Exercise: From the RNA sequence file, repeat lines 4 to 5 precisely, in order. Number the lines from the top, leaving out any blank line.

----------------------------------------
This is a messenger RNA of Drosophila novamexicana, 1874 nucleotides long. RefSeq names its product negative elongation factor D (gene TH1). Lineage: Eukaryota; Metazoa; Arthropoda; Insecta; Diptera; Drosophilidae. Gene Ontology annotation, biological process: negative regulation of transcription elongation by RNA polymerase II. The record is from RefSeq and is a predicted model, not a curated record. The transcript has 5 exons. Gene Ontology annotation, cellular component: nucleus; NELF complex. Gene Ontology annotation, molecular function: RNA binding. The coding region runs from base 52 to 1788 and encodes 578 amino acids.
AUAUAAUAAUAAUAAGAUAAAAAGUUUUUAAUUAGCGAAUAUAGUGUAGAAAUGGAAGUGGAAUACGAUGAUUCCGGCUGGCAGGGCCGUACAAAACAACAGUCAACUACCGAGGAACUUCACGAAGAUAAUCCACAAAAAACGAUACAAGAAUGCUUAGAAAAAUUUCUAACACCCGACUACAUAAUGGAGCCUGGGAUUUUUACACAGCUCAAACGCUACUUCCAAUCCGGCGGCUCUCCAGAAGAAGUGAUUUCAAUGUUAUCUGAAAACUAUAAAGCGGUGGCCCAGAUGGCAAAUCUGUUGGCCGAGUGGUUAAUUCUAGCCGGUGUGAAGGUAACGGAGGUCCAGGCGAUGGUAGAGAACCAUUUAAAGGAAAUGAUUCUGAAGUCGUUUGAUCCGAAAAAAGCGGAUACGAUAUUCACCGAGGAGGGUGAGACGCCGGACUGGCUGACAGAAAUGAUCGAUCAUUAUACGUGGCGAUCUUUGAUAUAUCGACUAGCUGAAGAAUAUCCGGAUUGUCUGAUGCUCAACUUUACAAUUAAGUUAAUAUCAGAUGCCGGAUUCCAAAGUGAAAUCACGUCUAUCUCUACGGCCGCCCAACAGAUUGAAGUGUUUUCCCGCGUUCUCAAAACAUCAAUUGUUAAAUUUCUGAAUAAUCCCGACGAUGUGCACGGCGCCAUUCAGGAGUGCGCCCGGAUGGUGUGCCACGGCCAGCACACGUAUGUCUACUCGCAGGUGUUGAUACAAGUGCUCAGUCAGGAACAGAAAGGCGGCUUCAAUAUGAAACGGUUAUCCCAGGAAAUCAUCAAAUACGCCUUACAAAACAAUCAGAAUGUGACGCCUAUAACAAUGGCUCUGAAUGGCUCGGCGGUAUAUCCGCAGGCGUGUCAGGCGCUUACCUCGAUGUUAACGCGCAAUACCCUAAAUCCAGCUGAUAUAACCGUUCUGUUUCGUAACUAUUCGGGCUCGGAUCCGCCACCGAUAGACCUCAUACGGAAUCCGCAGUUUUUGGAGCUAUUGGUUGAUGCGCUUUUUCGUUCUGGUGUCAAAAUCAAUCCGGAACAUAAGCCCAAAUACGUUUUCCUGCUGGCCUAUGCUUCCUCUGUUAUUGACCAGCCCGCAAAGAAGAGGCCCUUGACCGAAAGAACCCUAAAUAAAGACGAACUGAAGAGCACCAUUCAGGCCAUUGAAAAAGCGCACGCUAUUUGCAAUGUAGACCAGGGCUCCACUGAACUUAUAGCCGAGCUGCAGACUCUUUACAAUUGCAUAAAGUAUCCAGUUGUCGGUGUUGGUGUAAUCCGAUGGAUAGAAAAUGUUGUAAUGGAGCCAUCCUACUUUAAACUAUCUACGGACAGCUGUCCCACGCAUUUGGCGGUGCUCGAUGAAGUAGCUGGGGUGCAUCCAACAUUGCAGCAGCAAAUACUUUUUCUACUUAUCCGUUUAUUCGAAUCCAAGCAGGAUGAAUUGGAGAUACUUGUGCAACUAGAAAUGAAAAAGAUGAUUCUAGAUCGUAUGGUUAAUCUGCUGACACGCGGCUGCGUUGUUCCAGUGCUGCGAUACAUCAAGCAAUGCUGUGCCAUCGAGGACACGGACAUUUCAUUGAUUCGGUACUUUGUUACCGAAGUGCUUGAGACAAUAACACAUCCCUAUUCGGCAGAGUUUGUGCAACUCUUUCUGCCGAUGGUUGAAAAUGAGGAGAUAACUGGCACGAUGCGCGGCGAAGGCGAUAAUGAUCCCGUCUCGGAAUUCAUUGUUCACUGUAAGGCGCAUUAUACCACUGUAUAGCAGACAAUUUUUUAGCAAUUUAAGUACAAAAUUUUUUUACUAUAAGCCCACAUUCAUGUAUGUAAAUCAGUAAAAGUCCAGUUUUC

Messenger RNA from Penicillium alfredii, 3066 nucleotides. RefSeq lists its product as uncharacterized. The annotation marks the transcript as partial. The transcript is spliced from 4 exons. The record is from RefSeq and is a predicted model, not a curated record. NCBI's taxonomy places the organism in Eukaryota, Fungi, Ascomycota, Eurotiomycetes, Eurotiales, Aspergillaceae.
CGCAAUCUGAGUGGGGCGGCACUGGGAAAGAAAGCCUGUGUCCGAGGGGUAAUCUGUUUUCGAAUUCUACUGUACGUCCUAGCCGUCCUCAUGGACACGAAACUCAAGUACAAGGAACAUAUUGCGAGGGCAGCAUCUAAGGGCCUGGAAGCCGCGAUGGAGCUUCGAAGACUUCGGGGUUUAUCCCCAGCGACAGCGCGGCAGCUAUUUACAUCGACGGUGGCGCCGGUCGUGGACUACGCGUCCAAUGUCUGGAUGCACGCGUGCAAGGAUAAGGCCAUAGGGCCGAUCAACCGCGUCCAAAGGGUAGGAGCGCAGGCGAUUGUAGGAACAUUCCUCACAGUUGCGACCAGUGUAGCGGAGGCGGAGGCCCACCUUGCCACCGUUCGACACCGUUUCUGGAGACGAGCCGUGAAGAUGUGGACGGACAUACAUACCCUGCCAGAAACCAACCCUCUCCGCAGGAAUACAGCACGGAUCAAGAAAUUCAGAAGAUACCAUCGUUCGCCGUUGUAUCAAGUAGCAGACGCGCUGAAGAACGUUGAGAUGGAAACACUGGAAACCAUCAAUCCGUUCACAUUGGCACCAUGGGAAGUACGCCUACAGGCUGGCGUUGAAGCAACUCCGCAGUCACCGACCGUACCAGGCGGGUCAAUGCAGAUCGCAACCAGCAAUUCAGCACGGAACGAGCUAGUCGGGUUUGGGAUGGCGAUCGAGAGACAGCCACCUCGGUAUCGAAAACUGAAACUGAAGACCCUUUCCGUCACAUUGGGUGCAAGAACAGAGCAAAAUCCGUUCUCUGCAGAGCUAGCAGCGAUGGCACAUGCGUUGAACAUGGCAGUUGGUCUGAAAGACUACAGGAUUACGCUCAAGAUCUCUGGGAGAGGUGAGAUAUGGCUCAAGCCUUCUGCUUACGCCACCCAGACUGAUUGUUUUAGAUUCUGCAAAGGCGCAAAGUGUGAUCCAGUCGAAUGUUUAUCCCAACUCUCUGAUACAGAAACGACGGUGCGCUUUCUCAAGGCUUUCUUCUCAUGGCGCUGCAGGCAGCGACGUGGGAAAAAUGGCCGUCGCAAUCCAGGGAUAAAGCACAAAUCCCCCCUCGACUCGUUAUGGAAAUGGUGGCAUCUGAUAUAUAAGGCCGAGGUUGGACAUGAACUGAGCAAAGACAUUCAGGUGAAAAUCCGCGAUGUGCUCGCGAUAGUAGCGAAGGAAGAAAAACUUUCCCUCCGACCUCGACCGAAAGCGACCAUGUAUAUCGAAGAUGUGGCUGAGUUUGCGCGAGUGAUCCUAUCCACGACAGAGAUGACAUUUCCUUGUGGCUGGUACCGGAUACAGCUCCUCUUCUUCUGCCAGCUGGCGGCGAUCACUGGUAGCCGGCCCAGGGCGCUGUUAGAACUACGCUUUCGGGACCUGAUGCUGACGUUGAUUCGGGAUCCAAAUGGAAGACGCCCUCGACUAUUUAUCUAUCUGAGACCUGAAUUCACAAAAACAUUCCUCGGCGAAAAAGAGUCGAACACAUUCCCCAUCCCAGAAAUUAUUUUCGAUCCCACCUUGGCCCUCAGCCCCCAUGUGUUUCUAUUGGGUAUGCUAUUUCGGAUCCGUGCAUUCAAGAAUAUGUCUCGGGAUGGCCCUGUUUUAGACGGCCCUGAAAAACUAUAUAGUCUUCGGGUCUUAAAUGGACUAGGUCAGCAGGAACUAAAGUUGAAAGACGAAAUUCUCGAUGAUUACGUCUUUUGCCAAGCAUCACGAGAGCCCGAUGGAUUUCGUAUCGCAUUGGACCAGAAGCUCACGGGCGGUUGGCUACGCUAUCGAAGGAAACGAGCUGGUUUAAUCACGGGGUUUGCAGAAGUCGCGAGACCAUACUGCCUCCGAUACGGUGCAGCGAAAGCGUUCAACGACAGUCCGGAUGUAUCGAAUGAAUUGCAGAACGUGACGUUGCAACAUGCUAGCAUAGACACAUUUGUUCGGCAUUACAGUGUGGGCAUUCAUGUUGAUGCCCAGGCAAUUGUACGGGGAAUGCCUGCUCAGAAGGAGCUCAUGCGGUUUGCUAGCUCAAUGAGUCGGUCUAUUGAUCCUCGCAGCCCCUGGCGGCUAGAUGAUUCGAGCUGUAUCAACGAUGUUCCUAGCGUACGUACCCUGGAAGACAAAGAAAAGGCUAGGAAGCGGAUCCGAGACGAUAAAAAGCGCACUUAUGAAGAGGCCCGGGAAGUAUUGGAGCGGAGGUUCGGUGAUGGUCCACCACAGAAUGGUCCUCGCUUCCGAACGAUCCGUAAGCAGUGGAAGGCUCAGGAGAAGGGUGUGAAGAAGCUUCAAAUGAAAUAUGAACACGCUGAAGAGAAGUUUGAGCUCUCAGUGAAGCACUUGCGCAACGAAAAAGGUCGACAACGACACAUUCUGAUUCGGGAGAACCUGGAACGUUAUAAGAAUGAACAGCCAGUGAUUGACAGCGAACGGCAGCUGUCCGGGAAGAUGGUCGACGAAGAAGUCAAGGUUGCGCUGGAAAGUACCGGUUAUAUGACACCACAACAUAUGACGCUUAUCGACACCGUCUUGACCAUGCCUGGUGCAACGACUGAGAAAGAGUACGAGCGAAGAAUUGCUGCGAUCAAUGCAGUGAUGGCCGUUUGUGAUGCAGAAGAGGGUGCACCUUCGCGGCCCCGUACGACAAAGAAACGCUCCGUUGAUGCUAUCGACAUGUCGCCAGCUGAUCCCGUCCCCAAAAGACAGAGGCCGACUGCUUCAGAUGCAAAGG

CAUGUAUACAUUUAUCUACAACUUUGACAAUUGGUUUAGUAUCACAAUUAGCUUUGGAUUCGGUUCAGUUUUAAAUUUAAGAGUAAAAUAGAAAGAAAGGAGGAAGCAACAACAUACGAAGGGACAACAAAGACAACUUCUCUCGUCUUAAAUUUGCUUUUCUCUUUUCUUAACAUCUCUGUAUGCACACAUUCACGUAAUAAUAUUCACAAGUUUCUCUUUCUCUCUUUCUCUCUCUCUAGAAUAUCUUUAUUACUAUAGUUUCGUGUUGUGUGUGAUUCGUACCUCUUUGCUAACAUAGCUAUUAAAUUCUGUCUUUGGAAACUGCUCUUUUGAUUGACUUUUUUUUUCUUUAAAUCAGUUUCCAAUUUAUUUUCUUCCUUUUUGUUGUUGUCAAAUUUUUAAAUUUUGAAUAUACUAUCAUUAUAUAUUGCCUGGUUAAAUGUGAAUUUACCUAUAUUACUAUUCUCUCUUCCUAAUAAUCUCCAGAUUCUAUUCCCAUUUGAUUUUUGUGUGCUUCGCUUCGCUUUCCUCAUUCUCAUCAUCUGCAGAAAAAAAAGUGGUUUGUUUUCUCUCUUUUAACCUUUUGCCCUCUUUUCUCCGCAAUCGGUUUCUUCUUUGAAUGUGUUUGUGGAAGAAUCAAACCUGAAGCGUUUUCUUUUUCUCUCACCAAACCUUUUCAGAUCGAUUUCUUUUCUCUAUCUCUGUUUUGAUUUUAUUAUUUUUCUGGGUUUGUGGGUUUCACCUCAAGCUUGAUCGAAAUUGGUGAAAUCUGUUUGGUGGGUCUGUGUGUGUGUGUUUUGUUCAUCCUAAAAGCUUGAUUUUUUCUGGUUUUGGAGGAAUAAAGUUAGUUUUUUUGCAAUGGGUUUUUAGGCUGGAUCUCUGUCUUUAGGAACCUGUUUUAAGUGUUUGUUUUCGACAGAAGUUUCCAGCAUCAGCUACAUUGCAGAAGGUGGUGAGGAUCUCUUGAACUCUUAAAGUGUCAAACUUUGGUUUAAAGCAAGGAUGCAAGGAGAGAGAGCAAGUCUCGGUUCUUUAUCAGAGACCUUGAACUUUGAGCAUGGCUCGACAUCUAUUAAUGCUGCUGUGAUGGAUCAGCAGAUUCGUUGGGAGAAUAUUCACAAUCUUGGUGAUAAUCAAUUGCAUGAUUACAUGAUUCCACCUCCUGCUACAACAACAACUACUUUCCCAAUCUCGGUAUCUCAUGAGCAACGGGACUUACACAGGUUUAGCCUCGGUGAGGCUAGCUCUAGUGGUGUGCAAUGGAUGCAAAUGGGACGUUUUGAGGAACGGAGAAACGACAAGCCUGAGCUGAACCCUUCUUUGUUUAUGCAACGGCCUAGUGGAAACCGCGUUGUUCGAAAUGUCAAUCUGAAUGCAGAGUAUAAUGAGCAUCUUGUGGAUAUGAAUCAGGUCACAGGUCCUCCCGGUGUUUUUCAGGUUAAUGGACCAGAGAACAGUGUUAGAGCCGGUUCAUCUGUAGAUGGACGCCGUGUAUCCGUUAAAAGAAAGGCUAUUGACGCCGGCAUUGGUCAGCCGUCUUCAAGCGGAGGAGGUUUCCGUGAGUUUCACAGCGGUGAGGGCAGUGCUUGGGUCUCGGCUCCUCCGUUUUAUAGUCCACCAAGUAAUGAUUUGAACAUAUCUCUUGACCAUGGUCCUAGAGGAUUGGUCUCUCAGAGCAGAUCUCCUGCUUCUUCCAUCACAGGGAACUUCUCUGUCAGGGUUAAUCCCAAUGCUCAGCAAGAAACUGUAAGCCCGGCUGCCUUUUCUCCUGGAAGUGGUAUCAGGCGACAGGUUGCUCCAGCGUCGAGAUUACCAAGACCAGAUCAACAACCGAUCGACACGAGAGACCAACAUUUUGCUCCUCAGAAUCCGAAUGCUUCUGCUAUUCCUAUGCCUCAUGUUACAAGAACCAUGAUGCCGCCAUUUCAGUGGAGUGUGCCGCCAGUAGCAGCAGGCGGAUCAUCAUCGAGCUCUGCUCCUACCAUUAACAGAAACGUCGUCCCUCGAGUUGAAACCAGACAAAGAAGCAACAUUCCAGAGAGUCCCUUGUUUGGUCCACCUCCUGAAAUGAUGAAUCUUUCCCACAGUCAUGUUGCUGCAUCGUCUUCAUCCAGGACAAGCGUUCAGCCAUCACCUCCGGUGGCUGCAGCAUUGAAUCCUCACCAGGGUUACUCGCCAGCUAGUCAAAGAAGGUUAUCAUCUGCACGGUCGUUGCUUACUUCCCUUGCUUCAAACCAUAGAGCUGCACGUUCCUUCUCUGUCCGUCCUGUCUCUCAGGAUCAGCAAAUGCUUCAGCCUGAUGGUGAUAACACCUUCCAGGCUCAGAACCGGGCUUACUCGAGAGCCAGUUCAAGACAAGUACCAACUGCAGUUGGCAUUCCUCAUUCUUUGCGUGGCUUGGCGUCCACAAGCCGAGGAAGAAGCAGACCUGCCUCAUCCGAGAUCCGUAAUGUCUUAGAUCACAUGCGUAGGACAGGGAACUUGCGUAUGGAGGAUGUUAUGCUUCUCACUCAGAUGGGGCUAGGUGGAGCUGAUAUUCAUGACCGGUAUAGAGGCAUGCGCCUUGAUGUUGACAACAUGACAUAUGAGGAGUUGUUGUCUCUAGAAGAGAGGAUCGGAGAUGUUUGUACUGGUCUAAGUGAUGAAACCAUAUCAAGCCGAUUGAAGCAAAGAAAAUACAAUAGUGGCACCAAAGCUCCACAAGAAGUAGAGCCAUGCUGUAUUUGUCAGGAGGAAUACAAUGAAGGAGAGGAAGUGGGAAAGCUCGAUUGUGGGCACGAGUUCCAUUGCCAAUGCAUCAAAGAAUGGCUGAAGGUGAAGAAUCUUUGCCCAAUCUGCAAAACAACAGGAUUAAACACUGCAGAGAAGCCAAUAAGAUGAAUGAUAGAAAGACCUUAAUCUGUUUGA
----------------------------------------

CGCAAUCUGAGUGGGGCGGCACUGGGAAAGAAAGCCUGUGUCCGAGGGGUAAUCUGUUUUCGAAUUCUACUGUACGUCCUAGCCGUCCUCAUGGACACGAAACUCAAGUACAAGGAACAUAUUGCGAGGGCAGCAUCUAAGGGCCUGGAAGCCGCGAUGGAGCUUCGAAGACUUCGGGGUUUAUCCCCAGCGACAGCGCGGCAGCUAUUUACAUCGACGGUGGCGCCGGUCGUGGACUACGCGUCCAAUGUCUGGAUGCACGCGUGCAAGGAUAAGGCCAUAGGGCCGAUCAACCGCGUCCAAAGGGUAGGAGCGCAGGCGAUUGUAGGAACAUUCCUCACAGUUGCGACCAGUGUAGCGGAGGCGGAGGCCCACCUUGCCACCGUUCGACACCGUUUCUGGAGACGAGCCGUGAAGAUGUGGACGGACAUACAUACCCUGCCAGAAACCAACCCUCUCCGCAGGAAUACAGCACGGAUCAAGAAAUUCAGAAGAUACCAUCGUUCGCCGUUGUAUCAAGUAGCAGACGCGCUGAAGAACGUUGAGAUGGAAACACUGGAAACCAUCAAUCCGUUCACAUUGGCACCAUGGGAAGUACGCCUACAGGCUGGCGUUGAAGCAACUCCGCAGUCACCGACCGUACCAGGCGGGUCAAUGCAGAUCGCAACCAGCAAUUCAGCACGGAACGAGCUAGUCGGGUUUGGGAUGGCGAUCGAGAGACAGCCACCUCGGUAUCGAAAACUGAAACUGAAGACCCUUUCCGUCACAUUGGGUGCAAGAACAGAGCAAAAUCCGUUCUCUGCAGAGCUAGCAGCGAUGGCACAUGCGUUGAACAUGGCAGUUGGUCUGAAAGACUACAGGAUUACGCUCAAGAUCUCUGGGAGAGGUGAGAUAUGGCUCAAGCCUUCUGCUUACGCCACCCAGACUGAUUGUUUUAGAUUCUGCAAAGGCGCAAAGUGUGAUCCAGUCGAAUGUUUAUCCCAACUCUCUGAUACAGAAACGACGGUGCGCUUUCUCAAGGCUUUCUUCUCAUGGCGCUGCAGGCAGCGACGUGGGAAAAAUGGCCGUCGCAAUCCAGGGAUAAAGCACAAAUCCCCCCUCGACUCGUUAUGGAAAUGGUGGCAUCUGAUAUAUAAGGCCGAGGUUGGACAUGAACUGAGCAAAGACAUUCAGGUGAAAAUCCGCGAUGUGCUCGCGAUAGUAGCGAAGGAAGAAAAACUUUCCCUCCGACCUCGACCGAAAGCGACCAUGUAUAUCGAAGAUGUGGCUGAGUUUGCGCGAGUGAUCCUAUCCACGACAGAGAUGACAUUUCCUUGUGGCUGGUACCGGAUACAGCUCCUCUUCUUCUGCCAGCUGGCGGCGAUCACUGGUAGCCGGCCCAGGGCGCUGUUAGAACUACGCUUUCGGGACCUGAUGCUGACGUUGAUUCGGGAUCCAAAUGGAAGACGCCCUCGACUAUUUAUCUAUCUGAGACCUGAAUUCACAAAAACAUUCCUCGGCGAAAAAGAGUCGAACACAUUCCCCAUCCCAGAAAUUAUUUUCGAUCCCACCUUGGCCCUCAGCCCCCAUGUGUUUCUAUUGGGUAUGCUAUUUCGGAUCCGUGCAUUCAAGAAUAUGUCUCGGGAUGGCCCUGUUUUAGACGGCCCUGAAAAACUAUAUAGUCUUCGGGUCUUAAAUGGACUAGGUCAGCAGGAACUAAAGUUGAAAGACGAAAUUCUCGAUGAUUACGUCUUUUGCCAAGCAUCACGAGAGCCCGAUGGAUUUCGUAUCGCAUUGGACCAGAAGCUCACGGGCGGUUGGCUACGCUAUCGAAGGAAACGAGCUGGUUUAAUCACGGGGUUUGCAGAAGUCGCGAGACCAUACUGCCUCCGAUACGGUGCAGCGAAAGCGUUCAACGACAGUCCGGAUGUAUCGAAUGAAUUGCAGAACGUGACGUUGCAACAUGCUAGCAUAGACACAUUUGUUCGGCAUUACAGUGUGGGCAUUCAUGUUGAUGCCCAGGCAAUUGUACGGGGAAUGCCUGCUCAGAAGGAGCUCAUGCGGUUUGCUAGCUCAAUGAGUCGGUCUAUUGAUCCUCGCAGCCCCUGGCGGCUAGAUGAUUCGAGCUGUAUCAACGAUGUUCCUAGCGUACGUACCCUGGAAGACAAAGAAAAGGCUAGGAAGCGGAUCCGAGACGAUAAAAAGCGCACUUAUGAAGAGGCCCGGGAAGUAUUGGAGCGGAGGUUCGGUGAUGGUCCACCACAGAAUGGUCCUCGCUUCCGAACGAUCCGUAAGCAGUGGAAGGCUCAGGAGAAGGGUGUGAAGAAGCUUCAAAUGAAAUAUGAACACGCUGAAGAGAAGUUUGAGCUCUCAGUGAAGCACUUGCGCAACGAAAAAGGUCGACAACGACACAUUCUGAUUCGGGAGAACCUGGAACGUUAUAAGAAUGAACAGCCAGUGAUUGACAGCGAACGGCAGCUGUCCGGGAAGAUGGUCGACGAAGAAGUCAAGGUUGCGCUGGAAAGUACCGGUUAUAUGACACCACAACAUAUGACGCUUAUCGACACCGUCUUGACCAUGCCUGGUGCAACGACUGAGAAAGAGUACGAGCGAAGAAUUGCUGCGAUCAAUGCAGUGAUGGCCGUUUGUGAUGCAGAAGAGGGUGCACCUUCGCGGCCCCGUACGACAAAGAAACGCUCCGUUGAUGCUAUCGACAUGUCGCCAGCUGAUCCCGUCCCCAAAAGACAGAGGCCGACUGCUUCAGAUGCAAAGG

CAUGUAUACAUUUAUCUACAACUUUGACAAUUGGUUUAGUAUCACAAUUAGCUUUGGAUUCGGUUCAGUUUUAAAUUUAAGAGUAAAAUAGAAAGAAAGGAGGAAGCAACAACAUACGAAGGGACAACAAAGACAACUUCUCUCGUCUUAAAUUUGCUUUUCUCUUUUCUUAACAUCUCUGUAUGCACACAUUCACGUAAUAAUAUUCACAAGUUUCUCUUUCUCUCUUUCUCUCUCUCUAGAAUAUCUUUAUUACUAUAGUUUCGUGUUGUGUGUGAUUCGUACCUCUUUGCUAACAUAGCUAUUAAAUUCUGUCUUUGGAAACUGCUCUUUUGAUUGACUUUUUUUUUCUUUAAAUCAGUUUCCAAUUUAUUUUCUUCCUUUUUGUUGUUGUCAAAUUUUUAAAUUUUGAAUAUACUAUCAUUAUAUAUUGCCUGGUUAAAUGUGAAUUUACCUAUAUUACUAUUCUCUCUUCCUAAUAAUCUCCAGAUUCUAUUCCCAUUUGAUUUUUGUGUGCUUCGCUUCGCUUUCCUCAUUCUCAUCAUCUGCAGAAAAAAAAGUGGUUUGUUUUCUCUCUUUUAACCUUUUGCCCUCUUUUCUCCGCAAUCGGUUUCUUCUUUGAAUGUGUUUGUGGAAGAAUCAAACCUGAAGCGUUUUCUUUUUCUCUCACCAAACCUUUUCAGAUCGAUUUCUUUUCUCUAUCUCUGUUUUGAUUUUAUUAUUUUUCUGGGUUUGUGGGUUUCACCUCAAGCUUGAUCGAAAUUGGUGAAAUCUGUUUGGUGGGUCUGUGUGUGUGUGUUUUGUUCAUCCUAAAAGCUUGAUUUUUUCUGGUUUUGGAGGAAUAAAGUUAGUUUUUUUGCAAUGGGUUUUUAGGCUGGAUCUCUGUCUUUAGGAACCUGUUUUAAGUGUUUGUUUUCGACAGAAGUUUCCAGCAUCAGCUACAUUGCAGAAGGUGGUGAGGAUCUCUUGAACUCUUAAAGUGUCAAACUUUGGUUUAAAGCAAGGAUGCAAGGAGAGAGAGCAAGUCUCGGUUCUUUAUCAGAGACCUUGAACUUUGAGCAUGGCUCGACAUCUAUUAAUGCUGCUGUGAUGGAUCAGCAGAUUCGUUGGGAGAAUAUUCACAAUCUUGGUGAUAAUCAAUUGCAUGAUUACAUGAUUCCACCUCCUGCUACAACAACAACUACUUUCCCAAUCUCGGUAUCUCAUGAGCAACGGGACUUACACAGGUUUAGCCUCGGUGAGGCUAGCUCUAGUGGUGUGCAAUGGAUGCAAAUGGGACGUUUUGAGGAACGGAGAAACGACAAGCCUGAGCUGAACCCUUCUUUGUUUAUGCAACGGCCUAGUGGAAACCGCGUUGUUCGAAAUGUCAAUCUGAAUGCAGAGUAUAAUGAGCAUCUUGUGGAUAUGAAUCAGGUCACAGGUCCUCCCGGUGUUUUUCAGGUUAAUGGACCAGAGAACAGUGUUAGAGCCGGUUCAUCUGUAGAUGGACGCCGUGUAUCCGUUAAAAGAAAGGCUAUUGACGCCGGCAUUGGUCAGCCGUCUUCAAGCGGAGGAGGUUUCCGUGAGUUUCACAGCGGUGAGGGCAGUGCUUGGGUCUCGGCUCCUCCGUUUUAUAGUCCACCAAGUAAUGAUUUGAACAUAUCUCUUGACCAUGGUCCUAGAGGAUUGGUCUCUCAGAGCAGAUCUCCUGCUUCUUCCAUCACAGGGAACUUCUCUGUCAGGGUUAAUCCCAAUGCUCAGCAAGAAACUGUAAGCCCGGCUGCCUUUUCUCCUGGAAGUGGUAUCAGGCGACAGGUUGCUCCAGCGUCGAGAUUACCAAGACCAGAUCAACAACCGAUCGACACGAGAGACCAACAUUUUGCUCCUCAGAAUCCGAAUGCUUCUGCUAUUCCUAUGCCUCAUGUUACAAGAACCAUGAUGCCGCCAUUUCAGUGGAGUGUGCCGCCAGUAGCAGCAGGCGGAUCAUCAUCGAGCUCUGCUCCUACCAUUAACAGAAACGUCGUCCCUCGAGUUGAAACCAGACAAAGAAGCAACAUUCCAGAGAGUCCCUUGUUUGGUCCACCUCCUGAAAUGAUGAAUCUUUCCCACAGUCAUGUUGCUGCAUCGUCUUCAUCCAGGACAAGCGUUCAGCCAUCACCUCCGGUGGCUGCAGCAUUGAAUCCUCACCAGGGUUACUCGCCAGCUAGUCAAAGAAGGUUAUCAUCUGCACGGUCGUUGCUUACUUCCCUUGCUUCAAACCAUAGAGCUGCACGUUCCUUCUCUGUCCGUCCUGUCUCUCAGGAUCAGCAAAUGCUUCAGCCUGAUGGUGAUAACACCUUCCAGGCUCAGAACCGGGCUUACUCGAGAGCCAGUUCAAGACAAGUACCAACUGCAGUUGGCAUUCCUCAUUCUUUGCGUGGCUUGGCGUCCACAAGCCGAGGAAGAAGCAGACCUGCCUCAUCCGAGAUCCGUAAUGUCUUAGAUCACAUGCGUAGGACAGGGAACUUGCGUAUGGAGGAUGUUAUGCUUCUCACUCAGAUGGGGCUAGGUGGAGCUGAUAUUCAUGACCGGUAUAGAGGCAUGCGCCUUGAUGUUGACAACAUGACAUAUGAGGAGUUGUUGUCUCUAGAAGAGAGGAUCGGAGAUGUUUGUACUGGUCUAAGUGAUGAAACCAUAUCAAGCCGAUUGAAGCAAAGAAAAUACAAUAGUGGCACCAAAGCUCCACAAGAAGUAGAGCCAUGCUGUAUUUGUCAGGAGGAAUACAAUGAAGGAGAGGAAGUGGGAAAGCUCGAUUGUGGGCACGAGUUCCAUUGCCAAUGCAUCAAAGAAUGGCUGAAGGUGAAGAAUCUUUGCCCAAUCUGCAAAACAACAGGAUUAAACACUGCAGAGAAGCCAAUAAGAUGAAUGAUAGAAAGACCUUAAUCUGUUUGA